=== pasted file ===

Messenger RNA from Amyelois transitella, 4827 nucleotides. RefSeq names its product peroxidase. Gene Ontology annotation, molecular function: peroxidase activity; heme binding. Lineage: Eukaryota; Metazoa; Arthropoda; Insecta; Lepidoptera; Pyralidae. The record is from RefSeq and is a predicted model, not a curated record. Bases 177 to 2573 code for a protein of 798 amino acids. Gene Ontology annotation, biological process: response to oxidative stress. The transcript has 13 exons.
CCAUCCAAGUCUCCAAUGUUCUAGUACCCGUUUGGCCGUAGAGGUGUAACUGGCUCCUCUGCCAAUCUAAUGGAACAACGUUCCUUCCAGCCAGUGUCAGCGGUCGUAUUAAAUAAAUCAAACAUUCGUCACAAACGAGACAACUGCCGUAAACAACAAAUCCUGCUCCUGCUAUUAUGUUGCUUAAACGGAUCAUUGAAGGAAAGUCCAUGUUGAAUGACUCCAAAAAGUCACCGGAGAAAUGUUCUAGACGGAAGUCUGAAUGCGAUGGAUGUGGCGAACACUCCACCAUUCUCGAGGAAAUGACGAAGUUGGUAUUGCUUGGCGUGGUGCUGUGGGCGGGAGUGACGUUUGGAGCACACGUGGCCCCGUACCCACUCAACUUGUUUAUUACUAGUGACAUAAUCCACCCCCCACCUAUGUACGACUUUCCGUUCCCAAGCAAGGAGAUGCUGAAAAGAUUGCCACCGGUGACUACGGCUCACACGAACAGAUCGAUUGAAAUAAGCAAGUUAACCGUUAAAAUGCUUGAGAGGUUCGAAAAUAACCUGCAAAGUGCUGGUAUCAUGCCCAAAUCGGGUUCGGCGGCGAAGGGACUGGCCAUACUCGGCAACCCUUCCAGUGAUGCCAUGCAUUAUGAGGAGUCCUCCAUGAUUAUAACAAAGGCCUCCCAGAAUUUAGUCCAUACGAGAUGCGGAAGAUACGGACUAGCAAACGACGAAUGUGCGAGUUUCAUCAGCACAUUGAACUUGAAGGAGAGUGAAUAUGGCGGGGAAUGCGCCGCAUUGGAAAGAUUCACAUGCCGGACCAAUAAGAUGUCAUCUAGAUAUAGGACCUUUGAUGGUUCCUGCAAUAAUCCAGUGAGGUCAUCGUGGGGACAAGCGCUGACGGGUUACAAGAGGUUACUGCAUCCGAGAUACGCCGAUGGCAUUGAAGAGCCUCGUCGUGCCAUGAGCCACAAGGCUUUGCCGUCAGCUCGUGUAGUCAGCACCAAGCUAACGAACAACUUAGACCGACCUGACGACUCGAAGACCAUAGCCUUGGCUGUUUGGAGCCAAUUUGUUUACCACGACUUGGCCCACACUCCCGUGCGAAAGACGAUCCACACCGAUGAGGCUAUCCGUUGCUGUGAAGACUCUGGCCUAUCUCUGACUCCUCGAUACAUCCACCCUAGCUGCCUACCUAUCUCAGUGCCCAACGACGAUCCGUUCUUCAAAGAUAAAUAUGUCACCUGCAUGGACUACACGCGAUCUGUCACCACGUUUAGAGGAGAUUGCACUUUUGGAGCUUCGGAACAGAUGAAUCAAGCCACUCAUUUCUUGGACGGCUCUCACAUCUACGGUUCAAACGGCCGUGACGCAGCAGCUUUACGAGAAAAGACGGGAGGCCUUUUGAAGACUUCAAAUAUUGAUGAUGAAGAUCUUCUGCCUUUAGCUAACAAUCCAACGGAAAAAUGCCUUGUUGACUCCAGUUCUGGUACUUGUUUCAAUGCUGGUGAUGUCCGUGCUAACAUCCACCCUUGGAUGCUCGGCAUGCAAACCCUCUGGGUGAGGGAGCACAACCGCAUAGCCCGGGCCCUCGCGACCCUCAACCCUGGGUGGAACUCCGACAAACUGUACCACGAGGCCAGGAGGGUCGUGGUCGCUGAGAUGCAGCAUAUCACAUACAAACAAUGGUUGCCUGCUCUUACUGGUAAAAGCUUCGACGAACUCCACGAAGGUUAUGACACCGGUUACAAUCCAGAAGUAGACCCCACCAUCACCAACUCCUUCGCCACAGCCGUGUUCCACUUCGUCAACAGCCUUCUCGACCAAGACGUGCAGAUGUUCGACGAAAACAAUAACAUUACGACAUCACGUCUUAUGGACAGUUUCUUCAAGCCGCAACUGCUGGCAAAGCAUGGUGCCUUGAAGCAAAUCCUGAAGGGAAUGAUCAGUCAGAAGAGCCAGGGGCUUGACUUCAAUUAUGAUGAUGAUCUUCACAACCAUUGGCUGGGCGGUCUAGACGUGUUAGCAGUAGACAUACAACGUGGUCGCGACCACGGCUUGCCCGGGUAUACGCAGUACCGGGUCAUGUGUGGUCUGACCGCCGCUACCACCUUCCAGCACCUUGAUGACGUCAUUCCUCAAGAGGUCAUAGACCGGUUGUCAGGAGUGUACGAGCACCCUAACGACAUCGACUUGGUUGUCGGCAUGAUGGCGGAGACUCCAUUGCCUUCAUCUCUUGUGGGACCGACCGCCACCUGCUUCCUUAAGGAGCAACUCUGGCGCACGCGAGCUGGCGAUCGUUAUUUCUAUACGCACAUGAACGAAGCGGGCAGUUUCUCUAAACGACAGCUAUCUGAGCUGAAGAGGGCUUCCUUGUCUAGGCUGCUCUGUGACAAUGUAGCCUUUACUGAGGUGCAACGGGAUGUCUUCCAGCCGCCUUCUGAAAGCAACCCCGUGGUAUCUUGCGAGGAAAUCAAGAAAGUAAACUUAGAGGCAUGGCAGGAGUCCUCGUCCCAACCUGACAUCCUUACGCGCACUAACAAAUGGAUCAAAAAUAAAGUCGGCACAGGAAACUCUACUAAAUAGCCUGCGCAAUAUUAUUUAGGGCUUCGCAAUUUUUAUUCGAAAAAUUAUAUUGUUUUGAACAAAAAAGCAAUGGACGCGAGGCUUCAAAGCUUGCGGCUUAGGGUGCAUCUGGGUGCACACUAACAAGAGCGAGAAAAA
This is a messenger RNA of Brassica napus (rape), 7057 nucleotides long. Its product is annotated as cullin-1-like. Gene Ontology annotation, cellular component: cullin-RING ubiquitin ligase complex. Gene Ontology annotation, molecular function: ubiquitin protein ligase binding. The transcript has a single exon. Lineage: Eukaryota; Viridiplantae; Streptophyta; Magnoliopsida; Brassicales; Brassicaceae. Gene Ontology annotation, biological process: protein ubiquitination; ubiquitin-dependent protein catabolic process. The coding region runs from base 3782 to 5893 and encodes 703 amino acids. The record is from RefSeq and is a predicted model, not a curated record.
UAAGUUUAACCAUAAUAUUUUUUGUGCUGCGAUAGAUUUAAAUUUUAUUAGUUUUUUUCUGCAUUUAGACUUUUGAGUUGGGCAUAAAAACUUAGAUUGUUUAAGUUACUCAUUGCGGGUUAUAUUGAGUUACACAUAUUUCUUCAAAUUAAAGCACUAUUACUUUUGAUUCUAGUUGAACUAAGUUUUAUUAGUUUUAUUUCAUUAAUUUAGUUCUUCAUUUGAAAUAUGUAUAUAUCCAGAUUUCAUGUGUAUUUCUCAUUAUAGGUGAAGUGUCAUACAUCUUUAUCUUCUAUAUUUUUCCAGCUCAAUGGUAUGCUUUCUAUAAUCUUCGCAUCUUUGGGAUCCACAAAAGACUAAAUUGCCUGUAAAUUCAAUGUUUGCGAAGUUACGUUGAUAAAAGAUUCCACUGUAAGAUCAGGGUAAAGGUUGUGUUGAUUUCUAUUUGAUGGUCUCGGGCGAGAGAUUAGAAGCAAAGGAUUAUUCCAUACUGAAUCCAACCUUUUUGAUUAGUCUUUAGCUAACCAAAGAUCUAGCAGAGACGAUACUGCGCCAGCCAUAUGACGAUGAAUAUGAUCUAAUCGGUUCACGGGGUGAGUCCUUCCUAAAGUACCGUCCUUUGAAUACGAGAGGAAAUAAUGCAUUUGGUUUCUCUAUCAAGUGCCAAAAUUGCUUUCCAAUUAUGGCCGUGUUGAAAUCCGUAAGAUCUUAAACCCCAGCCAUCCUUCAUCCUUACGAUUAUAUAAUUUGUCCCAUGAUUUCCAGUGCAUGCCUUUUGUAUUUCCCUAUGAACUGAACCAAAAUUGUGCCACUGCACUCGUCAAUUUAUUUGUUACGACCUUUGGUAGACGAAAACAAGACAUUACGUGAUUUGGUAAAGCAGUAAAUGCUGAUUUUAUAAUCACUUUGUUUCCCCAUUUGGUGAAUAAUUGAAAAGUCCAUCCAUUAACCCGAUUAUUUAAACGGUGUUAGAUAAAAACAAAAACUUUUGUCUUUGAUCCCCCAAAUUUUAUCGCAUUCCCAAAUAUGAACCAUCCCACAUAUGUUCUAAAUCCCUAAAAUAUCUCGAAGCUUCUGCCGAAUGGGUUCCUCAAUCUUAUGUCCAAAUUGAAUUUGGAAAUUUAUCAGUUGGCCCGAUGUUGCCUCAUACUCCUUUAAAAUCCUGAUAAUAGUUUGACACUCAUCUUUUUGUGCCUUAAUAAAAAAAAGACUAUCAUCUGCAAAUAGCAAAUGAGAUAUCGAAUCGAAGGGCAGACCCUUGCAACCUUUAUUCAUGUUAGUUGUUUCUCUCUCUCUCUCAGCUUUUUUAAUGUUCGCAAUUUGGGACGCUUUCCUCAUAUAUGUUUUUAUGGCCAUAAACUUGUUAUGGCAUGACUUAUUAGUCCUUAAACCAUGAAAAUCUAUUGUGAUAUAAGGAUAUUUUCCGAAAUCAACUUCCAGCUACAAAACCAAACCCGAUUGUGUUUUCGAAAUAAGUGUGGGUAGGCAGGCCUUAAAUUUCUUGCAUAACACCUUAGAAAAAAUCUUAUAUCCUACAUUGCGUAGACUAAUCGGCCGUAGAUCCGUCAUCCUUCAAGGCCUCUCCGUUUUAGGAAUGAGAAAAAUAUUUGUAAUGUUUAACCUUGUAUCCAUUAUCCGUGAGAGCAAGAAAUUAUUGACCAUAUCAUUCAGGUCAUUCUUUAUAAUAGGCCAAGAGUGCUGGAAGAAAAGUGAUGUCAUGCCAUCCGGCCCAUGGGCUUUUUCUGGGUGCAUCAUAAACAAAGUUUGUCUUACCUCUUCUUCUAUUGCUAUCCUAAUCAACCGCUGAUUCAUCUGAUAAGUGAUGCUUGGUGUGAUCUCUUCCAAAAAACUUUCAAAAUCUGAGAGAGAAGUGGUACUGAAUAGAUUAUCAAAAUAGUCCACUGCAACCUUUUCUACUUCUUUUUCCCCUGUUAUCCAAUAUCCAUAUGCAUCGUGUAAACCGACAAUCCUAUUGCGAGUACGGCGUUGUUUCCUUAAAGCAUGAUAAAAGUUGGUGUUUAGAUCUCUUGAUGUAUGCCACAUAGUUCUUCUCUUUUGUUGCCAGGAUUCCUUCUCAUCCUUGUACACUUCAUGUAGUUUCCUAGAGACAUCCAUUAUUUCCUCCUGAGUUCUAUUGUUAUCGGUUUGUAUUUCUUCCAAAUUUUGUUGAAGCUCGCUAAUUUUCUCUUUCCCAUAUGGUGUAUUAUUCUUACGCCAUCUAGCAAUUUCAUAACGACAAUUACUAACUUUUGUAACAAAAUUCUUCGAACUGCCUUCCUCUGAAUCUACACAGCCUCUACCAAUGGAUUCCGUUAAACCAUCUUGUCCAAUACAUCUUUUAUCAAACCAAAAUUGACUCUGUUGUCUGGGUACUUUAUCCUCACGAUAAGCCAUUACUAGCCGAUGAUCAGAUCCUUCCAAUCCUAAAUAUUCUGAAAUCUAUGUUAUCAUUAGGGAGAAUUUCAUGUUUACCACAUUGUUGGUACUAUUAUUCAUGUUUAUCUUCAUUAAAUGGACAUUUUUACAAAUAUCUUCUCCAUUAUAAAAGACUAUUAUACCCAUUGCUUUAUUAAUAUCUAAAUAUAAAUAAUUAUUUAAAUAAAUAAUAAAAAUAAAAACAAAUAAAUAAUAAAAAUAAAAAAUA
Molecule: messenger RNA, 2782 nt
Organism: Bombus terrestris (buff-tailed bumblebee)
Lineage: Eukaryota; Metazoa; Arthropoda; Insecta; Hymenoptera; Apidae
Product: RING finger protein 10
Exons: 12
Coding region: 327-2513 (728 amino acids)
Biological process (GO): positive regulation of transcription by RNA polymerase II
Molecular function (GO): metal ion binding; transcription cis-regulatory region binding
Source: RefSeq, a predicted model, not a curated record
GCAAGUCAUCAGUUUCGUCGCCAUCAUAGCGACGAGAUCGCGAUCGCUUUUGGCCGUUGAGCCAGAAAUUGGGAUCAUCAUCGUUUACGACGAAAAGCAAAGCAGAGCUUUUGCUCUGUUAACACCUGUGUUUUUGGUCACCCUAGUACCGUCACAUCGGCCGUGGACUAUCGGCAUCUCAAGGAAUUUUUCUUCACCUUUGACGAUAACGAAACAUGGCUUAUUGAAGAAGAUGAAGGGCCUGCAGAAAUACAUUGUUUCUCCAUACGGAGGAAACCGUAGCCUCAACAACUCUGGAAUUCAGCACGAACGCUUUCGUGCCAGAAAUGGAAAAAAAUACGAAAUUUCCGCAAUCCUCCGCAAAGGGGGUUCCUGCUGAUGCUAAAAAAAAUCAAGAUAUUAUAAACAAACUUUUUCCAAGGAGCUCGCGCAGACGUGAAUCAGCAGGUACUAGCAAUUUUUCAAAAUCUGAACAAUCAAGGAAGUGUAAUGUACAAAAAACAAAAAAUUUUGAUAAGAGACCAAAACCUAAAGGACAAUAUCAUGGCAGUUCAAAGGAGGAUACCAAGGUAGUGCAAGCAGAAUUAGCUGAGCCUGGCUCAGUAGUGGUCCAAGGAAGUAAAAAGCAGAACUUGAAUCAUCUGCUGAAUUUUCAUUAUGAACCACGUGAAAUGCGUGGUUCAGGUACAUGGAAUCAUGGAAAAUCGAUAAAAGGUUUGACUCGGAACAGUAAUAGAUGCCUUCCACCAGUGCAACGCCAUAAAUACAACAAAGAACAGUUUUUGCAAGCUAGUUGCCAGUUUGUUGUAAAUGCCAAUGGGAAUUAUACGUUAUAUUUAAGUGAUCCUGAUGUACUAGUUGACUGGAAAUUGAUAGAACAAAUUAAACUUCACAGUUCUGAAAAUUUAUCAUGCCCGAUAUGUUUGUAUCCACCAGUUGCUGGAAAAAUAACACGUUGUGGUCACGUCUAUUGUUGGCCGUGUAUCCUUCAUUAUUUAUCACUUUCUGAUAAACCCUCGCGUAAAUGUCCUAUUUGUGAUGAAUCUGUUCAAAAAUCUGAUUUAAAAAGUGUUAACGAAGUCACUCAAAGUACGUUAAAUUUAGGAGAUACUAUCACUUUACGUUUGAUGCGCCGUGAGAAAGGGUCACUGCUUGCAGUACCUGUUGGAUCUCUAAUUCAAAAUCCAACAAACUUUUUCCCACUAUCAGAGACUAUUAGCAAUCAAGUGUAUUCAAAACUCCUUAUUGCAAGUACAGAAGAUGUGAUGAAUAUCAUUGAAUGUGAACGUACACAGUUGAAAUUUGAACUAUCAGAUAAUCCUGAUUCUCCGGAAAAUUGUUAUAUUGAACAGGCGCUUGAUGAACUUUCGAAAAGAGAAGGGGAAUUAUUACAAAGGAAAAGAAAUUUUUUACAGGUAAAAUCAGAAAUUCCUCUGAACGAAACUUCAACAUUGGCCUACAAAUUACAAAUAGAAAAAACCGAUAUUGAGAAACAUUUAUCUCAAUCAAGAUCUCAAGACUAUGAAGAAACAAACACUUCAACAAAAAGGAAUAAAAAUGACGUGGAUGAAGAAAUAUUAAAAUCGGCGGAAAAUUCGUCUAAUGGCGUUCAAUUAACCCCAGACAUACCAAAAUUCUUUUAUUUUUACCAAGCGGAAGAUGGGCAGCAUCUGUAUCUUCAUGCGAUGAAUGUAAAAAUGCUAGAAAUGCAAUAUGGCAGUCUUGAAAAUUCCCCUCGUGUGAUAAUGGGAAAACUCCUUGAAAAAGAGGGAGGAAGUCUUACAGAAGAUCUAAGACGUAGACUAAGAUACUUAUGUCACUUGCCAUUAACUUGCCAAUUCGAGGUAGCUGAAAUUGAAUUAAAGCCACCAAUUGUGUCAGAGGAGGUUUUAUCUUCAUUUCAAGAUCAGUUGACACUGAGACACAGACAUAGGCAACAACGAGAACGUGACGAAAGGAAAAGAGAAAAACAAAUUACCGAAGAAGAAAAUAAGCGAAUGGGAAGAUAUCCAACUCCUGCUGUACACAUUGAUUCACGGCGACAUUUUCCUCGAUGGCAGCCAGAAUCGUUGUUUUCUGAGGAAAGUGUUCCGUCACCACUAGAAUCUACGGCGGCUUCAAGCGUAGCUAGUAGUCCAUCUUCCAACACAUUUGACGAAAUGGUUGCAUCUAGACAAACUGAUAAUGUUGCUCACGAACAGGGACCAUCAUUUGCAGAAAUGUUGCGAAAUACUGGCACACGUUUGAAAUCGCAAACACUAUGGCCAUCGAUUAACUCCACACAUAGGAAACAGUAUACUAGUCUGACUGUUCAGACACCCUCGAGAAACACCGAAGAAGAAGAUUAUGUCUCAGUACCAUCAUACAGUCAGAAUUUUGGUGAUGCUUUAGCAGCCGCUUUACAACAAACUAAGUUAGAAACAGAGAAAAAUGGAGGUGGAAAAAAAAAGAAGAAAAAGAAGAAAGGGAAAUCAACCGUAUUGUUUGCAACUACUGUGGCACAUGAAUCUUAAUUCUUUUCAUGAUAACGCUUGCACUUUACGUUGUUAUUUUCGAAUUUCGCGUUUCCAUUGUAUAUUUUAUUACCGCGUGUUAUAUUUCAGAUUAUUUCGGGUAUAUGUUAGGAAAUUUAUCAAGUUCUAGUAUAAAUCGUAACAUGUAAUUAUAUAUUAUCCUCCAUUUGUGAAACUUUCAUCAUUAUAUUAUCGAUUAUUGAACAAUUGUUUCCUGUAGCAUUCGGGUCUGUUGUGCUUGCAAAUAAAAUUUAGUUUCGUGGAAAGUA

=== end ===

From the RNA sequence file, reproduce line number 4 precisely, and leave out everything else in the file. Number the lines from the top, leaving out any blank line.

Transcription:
UAAGUUUAACCAUAAUAUUUUUUGUGCUGCGAUAGAUUUAAAUUUUAUUAGUUUUUUUCUGCAUUUAGACUUUUGAGUUGGGCAUAAAAACUUAGAUUGUUUAAGUUACUCAUUGCGGGUUAUAUUGAGUUACACAUAUUUCUUCAAAUUAAAGCACUAUUACUUUUGAUUCUAGUUGAACUAAGUUUUAUUAGUUUUAUUUCAUUAAUUUAGUUCUUCAUUUGAAAUAUGUAUAUAUCCAGAUUUCAUGUGUAUUUCUCAUUAUAGGUGAAGUGUCAUACAUCUUUAUCUUCUAUAUUUUUCCAGCUCAAUGGUAUGCUUUCUAUAAUCUUCGCAUCUUUGGGAUCCACAAAAGACUAAAUUGCCUGUAAAUUCAAUGUUUGCGAAGUUACGUUGAUAAAAGAUUCCACUGUAAGAUCAGGGUAAAGGUUGUGUUGAUUUCUAUUUGAUGGUCUCGGGCGAGAGAUUAGAAGCAAAGGAUUAUUCCAUACUGAAUCCAACCUUUUUGAUUAGUCUUUAGCUAACCAAAGAUCUAGCAGAGACGAUACUGCGCCAGCCAUAUGACGAUGAAUAUGAUCUAAUCGGUUCACGGGGUGAGUCCUUCCUAAAGUACCGUCCUUUGAAUACGAGAGGAAAUAAUGCAUUUGGUUUCUCUAUCAAGUGCCAAAAUUGCUUUCCAAUUAUGGCCGUGUUGAAAUCCGUAAGAUCUUAAACCCCAGCCAUCCUUCAUCCUUACGAUUAUAUAAUUUGUCCCAUGAUUUCCAGUGCAUGCCUUUUGUAUUUCCCUAUGAACUGAACCAAAAUUGUGCCACUGCACUCGUCAAUUUAUUUGUUACGACCUUUGGUAGACGAAAACAAGACAUUACGUGAUUUGGUAAAGCAGUAAAUGCUGAUUUUAUAAUCACUUUGUUUCCCCAUUUGGUGAAUAAUUGAAAAGUCCAUCCAUUAACCCGAUUAUUUAAACGGUGUUAGAUAAAAACAAAAACUUUUGUCUUUGAUCCCCCAAAUUUUAUCGCAUUCCCAAAUAUGAACCAUCCCACAUAUGUUCUAAAUCCCUAAAAUAUCUCGAAGCUUCUGCCGAAUGGGUUCCUCAAUCUUAUGUCCAAAUUGAAUUUGGAAAUUUAUCAGUUGGCCCGAUGUUGCCUCAUACUCCUUUAAAAUCCUGAUAAUAGUUUGACACUCAUCUUUUUGUGCCUUAAUAAAAAAAAGACUAUCAUCUGCAAAUAGCAAAUGAGAUAUCGAAUCGAAGGGCAGACCCUUGCAACCUUUAUUCAUGUUAGUUGUUUCUCUCUCUCUCUCAGCUUUUUUAAUGUUCGCAAUUUGGGACGCUUUCCUCAUAUAUGUUUUUAUGGCCAUAAACUUGUUAUGGCAUGACUUAUUAGUCCUUAAACCAUGAAAAUCUAUUGUGAUAUAAGGAUAUUUUCCGAAAUCAACUUCCAGCUACAAAACCAAACCCGAUUGUGUUUUCGAAAUAAGUGUGGGUAGGCAGGCCUUAAAUUUCUUGCAUAACACCUUAGAAAAAAUCUUAUAUCCUACAUUGCGUAGACUAAUCGGCCGUAGAUCCGUCAUCCUUCAAGGCCUCUCCGUUUUAGGAAUGAGAAAAAUAUUUGUAAUGUUUAACCUUGUAUCCAUUAUCCGUGAGAGCAAGAAAUUAUUGACCAUAUCAUUCAGGUCAUUCUUUAUAAUAGGCCAAGAGUGCUGGAAGAAAAGUGAUGUCAUGCCAUCCGGCCCAUGGGCUUUUUCUGGGUGCAUCAUAAACAAAGUUUGUCUUACCUCUUCUUCUAUUGCUAUCCUAAUCAACCGCUGAUUCAUCUGAUAAGUGAUGCUUGGUGUGAUCUCUUCCAAAAAACUUUCAAAAUCUGAGAGAGAAGUGGUACUGAAUAGAUUAUCAAAAUAGUCCACUGCAACCUUUUCUACUUCUUUUUCCCCUGUUAUCCAAUAUCCAUAUGCAUCGUGUAAACCGACAAUCCUAUUGCGAGUACGGCGUUGUUUCCUUAAAGCAUGAUAAAAGUUGGUGUUUAGAUCUCUUGAUGUAUGCCACAUAGUUCUUCUCUUUUGUUGCCAGGAUUCCUUCUCAUCCUUGUACACUUCAUGUAGUUUCCUAGAGACAUCCAUUAUUUCCUCCUGAGUUCUAUUGUUAUCGGUUUGUAUUUCUUCCAAAUUUUGUUGAAGCUCGCUAAUUUUCUCUUUCCCAUAUGGUGUAUUAUUCUUACGCCAUCUAGCAAUUUCAUAACGACAAUUACUAACUUUUGUAACAAAAUUCUUCGAACUGCCUUCCUCUGAAUCUACACAGCCUCUACCAAUGGAUUCCGUUAAACCAUCUUGUCCAAUACAUCUUUUAUCAAACCAAAAUUGACUCUGUUGUCUGGGUACUUUAUCCUCACGAUAAGCCAUUACUAGCCGAUGAUCAGAUCCUUCCAAUCCUAAAUAUUCUGAAAUCUAUGUUAUCAUUAGGGAGAAUUUCAUGUUUACCACAUUGUUGGUACUAUUAUUCAUGUUUAUCUUCAUUAAAUGGACAUUUUUACAAAUAUCUUCUCCAUUAUAAAAGACUAUUAUACCCAUUGCUUUAUUAAUAUCUAAAUAUAAAUAAUUAUUUAAAUAAAUAAUAAAAAUAAAAACAAAUAAAUAAUAAAAAUAAAAAAUA